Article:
Ways to Give
There are many different ways to leave your own legacy. Your legacy gift can be designed to match your personal circumstances.
Your will is an important element in your estate plan that enables you to protect the people you love, create a lasting partnership with the charities that you care about, and help ensure the future of the Jewish community. You can create a permanent legacy by leaving a bequest of a specific amount of cash, a percentage of your estate, or the remainder of your estate. There's no limit on the amount you may set aside from your estateyou can make a gift as large or small as you'd like.
You may choose to make a gift of cash, securities, or other propertyand your estate will receive a tax deduction in the amount of your charitable bequest. A charitable bequest allows you to retain use and control over your assets during your lifetime.
A bequest is a legacy gift, distributed from the donor's estate after the end of his or her life. If not designated, it can be spent in the year that it matures. An endowment is a fund that is held in perpetuity, distributing a specified percentage annually to the designated purpose.
A bequest can be added to your new or existing will through a simple codicil that states your intention, and can be a percentage or fixed amount of your estate. You can use this sample bequest language, which you can use when meeting with your attorney. Find out more on charitable bequests here.
You can name the charity you care about most as the beneficiary of a new or existing life insurance policy, or transfer ownership of an existing policy to the charity.
A change in the beneficiary designation of an existing policy will allow you to make a legacy gift without any additional cost.
A gift of an existing policy could provide the policy owner with an additional charitable deduction. Find out more on life insurance here.
If you have accumulated substantial amounts in your retirement account and you are in the highest brackets for paying income and estate taxes, those taxes can exceed 70% of the amount in the plan. These are not ideal assets to bequeath to your heirs. Naming one or more charities as the after-death beneficiaries of your IRA or pension fund (by designating specific amounts or percentages) can save these taxes while supporting the causes closest to your heart.
With a quick update of your beneficiary designation form, you can direct funds to your favorite charity. Changing your beneficiary form often takes less than 5 minutes! Find out more on retirement plans here.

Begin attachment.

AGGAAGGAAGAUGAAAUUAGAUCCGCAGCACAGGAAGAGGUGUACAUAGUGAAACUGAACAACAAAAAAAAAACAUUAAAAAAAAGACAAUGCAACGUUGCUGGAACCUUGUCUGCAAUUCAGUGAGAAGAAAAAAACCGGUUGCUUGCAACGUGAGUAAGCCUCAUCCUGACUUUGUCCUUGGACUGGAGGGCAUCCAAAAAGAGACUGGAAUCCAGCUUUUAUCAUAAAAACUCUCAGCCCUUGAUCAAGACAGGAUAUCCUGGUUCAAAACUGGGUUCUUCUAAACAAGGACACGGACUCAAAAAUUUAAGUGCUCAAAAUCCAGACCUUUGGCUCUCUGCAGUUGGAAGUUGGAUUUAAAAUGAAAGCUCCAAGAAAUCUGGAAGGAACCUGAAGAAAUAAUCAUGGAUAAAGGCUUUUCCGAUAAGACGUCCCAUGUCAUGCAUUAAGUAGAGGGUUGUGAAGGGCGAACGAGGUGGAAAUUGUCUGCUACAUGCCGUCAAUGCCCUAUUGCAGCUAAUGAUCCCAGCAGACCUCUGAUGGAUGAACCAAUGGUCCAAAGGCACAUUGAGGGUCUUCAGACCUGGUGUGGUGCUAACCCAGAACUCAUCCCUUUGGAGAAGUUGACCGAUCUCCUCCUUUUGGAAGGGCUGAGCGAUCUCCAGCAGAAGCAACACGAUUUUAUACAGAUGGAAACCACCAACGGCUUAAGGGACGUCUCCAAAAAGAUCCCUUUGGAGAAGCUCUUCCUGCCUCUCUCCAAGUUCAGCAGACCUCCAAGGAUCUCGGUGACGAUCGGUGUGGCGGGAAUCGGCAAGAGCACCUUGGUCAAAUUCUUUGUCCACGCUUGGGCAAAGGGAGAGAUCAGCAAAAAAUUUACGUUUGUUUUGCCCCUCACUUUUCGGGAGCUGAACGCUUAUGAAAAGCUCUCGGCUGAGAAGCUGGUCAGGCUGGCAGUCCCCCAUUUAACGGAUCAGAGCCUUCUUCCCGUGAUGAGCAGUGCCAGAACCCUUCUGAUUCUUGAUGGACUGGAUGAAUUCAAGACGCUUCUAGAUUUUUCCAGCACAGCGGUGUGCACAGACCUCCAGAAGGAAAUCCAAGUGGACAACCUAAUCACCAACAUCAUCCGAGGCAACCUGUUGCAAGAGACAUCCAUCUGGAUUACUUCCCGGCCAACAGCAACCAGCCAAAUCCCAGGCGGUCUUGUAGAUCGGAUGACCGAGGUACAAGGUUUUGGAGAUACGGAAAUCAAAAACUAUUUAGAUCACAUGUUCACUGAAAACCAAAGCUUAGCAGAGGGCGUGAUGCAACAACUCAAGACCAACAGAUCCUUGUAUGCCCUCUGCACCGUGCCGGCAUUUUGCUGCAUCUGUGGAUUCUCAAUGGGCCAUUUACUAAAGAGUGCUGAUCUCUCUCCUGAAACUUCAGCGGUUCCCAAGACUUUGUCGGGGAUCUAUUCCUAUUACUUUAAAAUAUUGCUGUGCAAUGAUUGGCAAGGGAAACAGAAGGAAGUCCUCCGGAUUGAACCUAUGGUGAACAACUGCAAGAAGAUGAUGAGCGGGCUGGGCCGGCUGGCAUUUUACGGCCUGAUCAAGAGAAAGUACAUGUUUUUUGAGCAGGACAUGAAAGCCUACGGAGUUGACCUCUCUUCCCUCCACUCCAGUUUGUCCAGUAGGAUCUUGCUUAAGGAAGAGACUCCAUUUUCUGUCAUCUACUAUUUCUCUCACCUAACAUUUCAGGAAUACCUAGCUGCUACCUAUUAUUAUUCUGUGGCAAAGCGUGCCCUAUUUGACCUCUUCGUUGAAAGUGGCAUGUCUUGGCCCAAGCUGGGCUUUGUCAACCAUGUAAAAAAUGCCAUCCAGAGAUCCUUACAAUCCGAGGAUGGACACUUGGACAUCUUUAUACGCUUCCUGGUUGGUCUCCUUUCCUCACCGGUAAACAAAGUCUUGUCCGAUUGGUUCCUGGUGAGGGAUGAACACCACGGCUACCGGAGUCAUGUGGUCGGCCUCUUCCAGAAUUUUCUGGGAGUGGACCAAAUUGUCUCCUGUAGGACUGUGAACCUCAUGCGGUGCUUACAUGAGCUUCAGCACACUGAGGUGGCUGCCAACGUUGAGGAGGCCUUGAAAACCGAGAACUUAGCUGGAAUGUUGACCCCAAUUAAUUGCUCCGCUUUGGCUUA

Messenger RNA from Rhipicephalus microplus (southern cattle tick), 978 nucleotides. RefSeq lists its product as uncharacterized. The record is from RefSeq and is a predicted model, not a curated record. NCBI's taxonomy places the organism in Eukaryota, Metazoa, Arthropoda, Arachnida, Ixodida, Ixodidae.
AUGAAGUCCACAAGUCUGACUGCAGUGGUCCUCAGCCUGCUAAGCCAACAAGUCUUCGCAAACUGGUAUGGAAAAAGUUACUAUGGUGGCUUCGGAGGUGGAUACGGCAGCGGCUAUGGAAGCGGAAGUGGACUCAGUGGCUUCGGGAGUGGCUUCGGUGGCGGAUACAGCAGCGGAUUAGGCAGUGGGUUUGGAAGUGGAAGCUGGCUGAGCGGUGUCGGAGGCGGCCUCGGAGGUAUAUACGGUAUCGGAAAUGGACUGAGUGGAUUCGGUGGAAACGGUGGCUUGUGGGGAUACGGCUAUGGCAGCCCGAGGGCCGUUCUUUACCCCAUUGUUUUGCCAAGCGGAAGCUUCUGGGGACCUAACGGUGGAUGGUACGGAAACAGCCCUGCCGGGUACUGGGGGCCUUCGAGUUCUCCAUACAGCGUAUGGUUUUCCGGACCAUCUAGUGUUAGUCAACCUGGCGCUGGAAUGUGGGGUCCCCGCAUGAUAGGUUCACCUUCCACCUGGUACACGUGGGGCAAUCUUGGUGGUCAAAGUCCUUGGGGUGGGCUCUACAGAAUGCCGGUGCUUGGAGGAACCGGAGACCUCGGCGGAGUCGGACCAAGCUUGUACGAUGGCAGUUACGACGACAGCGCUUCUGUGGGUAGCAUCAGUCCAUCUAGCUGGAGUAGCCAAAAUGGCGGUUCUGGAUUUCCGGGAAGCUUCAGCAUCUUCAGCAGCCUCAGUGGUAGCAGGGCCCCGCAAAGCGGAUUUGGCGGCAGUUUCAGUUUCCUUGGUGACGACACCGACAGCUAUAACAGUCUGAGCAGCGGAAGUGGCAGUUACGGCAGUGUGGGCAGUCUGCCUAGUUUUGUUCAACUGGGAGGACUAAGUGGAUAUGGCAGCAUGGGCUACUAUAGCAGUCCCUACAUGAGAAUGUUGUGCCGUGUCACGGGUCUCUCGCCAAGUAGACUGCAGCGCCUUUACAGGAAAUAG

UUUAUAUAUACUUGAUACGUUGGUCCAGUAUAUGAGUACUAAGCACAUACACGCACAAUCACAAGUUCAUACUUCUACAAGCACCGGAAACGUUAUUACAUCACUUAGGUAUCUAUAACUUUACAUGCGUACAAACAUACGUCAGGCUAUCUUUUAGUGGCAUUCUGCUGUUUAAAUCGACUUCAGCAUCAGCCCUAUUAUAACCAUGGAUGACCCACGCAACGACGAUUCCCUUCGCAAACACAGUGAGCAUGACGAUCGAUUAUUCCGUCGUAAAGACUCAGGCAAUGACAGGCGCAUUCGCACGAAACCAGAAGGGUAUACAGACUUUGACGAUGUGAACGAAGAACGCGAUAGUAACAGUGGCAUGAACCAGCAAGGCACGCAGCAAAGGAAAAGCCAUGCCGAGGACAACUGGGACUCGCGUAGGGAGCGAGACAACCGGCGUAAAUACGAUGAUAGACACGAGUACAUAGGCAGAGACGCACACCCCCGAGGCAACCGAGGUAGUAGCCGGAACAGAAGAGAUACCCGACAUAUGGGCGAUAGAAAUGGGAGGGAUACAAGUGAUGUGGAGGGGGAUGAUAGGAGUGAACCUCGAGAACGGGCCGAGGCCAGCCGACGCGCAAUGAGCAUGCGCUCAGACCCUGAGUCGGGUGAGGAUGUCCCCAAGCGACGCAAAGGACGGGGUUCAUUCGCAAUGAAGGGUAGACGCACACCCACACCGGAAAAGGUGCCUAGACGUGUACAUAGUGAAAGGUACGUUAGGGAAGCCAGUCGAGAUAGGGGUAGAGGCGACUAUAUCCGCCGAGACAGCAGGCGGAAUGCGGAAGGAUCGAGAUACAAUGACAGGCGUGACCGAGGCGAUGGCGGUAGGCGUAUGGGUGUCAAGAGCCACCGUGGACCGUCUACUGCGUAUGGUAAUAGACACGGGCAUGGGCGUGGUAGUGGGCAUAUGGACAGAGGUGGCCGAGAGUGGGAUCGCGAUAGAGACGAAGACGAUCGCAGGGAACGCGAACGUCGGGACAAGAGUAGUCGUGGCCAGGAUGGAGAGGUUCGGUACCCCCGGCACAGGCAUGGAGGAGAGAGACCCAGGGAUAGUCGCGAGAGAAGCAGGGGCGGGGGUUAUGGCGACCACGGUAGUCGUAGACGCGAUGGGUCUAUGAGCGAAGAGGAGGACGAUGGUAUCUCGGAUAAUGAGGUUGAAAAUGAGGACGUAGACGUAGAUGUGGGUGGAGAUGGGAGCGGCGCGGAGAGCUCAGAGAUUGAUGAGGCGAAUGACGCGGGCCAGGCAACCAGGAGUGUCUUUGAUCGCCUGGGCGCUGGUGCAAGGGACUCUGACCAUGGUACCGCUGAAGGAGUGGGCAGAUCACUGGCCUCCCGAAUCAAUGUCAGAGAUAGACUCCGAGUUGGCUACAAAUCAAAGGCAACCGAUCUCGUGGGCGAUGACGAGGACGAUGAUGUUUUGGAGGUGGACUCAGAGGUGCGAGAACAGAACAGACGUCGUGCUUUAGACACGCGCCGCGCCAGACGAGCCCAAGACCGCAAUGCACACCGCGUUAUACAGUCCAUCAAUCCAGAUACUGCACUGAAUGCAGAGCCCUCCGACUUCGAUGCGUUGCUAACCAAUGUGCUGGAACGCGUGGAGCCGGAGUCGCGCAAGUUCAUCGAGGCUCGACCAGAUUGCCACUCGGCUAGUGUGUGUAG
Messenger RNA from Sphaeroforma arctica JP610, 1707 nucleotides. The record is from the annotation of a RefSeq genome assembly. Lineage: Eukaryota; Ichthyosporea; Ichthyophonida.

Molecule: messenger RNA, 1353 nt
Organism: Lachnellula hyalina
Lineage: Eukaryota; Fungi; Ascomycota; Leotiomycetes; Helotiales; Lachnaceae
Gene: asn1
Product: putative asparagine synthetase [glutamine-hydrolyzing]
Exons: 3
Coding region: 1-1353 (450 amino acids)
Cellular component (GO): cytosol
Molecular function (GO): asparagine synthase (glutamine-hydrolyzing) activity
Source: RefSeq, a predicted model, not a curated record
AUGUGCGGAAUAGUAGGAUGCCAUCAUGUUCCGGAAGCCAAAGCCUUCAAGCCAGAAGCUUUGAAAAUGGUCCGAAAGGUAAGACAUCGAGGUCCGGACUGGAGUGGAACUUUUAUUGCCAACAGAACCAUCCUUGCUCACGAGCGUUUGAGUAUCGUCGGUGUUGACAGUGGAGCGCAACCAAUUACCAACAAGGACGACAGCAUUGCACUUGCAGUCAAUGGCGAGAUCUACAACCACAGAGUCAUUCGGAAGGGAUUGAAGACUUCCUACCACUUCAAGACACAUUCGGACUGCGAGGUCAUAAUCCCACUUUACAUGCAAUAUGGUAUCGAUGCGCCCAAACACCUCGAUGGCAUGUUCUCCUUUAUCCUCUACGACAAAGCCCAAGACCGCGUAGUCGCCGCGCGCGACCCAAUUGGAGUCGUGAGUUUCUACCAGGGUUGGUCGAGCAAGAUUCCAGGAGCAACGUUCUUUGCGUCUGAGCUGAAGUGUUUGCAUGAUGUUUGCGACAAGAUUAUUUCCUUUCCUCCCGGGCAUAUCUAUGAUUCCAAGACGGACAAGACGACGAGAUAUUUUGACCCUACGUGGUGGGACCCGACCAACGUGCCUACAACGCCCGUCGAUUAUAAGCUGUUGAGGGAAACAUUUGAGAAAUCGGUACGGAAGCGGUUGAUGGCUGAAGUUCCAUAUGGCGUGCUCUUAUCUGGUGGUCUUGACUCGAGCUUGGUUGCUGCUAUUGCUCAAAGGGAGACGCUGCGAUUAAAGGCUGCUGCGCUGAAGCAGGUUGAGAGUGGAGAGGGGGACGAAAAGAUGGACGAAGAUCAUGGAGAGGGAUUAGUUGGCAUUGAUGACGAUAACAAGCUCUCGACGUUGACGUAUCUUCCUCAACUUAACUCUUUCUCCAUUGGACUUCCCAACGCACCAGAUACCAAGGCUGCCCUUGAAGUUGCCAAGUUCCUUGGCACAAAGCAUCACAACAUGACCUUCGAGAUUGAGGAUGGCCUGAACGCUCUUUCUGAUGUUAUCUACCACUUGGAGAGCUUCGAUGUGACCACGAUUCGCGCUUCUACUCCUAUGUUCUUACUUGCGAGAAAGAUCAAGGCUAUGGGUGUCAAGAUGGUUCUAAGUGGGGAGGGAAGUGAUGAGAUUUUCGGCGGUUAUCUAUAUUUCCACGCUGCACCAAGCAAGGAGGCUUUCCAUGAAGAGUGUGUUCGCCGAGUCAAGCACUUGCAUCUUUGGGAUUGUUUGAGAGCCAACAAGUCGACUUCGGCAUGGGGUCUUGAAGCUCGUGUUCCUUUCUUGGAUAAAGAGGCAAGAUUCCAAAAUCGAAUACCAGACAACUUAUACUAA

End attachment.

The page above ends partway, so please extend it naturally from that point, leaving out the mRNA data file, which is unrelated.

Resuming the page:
A charitable lead trust is both an income and wealth transfer vehicle, enabling you to transfer income-producing assets to the next generation at a significantly lower tax cost while meeting your philanthropic objectives. All trusts must be established with the help of an attorney. Find out more on charitable lead trusts here.
A charitable remainder trust is a creative way to create a lasting legacy in your name and receive income from the trust for life or for a specified number of years. Upon expiration of that term, the remainder of the trust goes to the Jewish communal organization of your choice to establish a permanent endowment.
Your charitable remainder trust can be designed as either an Annuity Trust, with a fixed annual payment to you, or as a Unitrust, in which case you are paid a percentage of the value of the assets. All trusts must be established with the help of an attorney. Find out more on charitable remainder trusts here.
What are the benefits to you?
- Annual income for you, a spouse, or someone you designate.
- You receive an immediate tax deduction at the time the trust is created.
- You incur no immediate capital gains tax on the transfer of appreciated assets.
- You save estate taxes when these assets are removed from your taxable estate.
- You achieve your long-term charitable objectives through the creation of a permanent legacy.
This information is intended as an educational tool and to provide general information only; it should not be construed as legal or accounting advice. Individuals should consult with their own financial, legal, and accounting advisors to review any charitable estate planning options.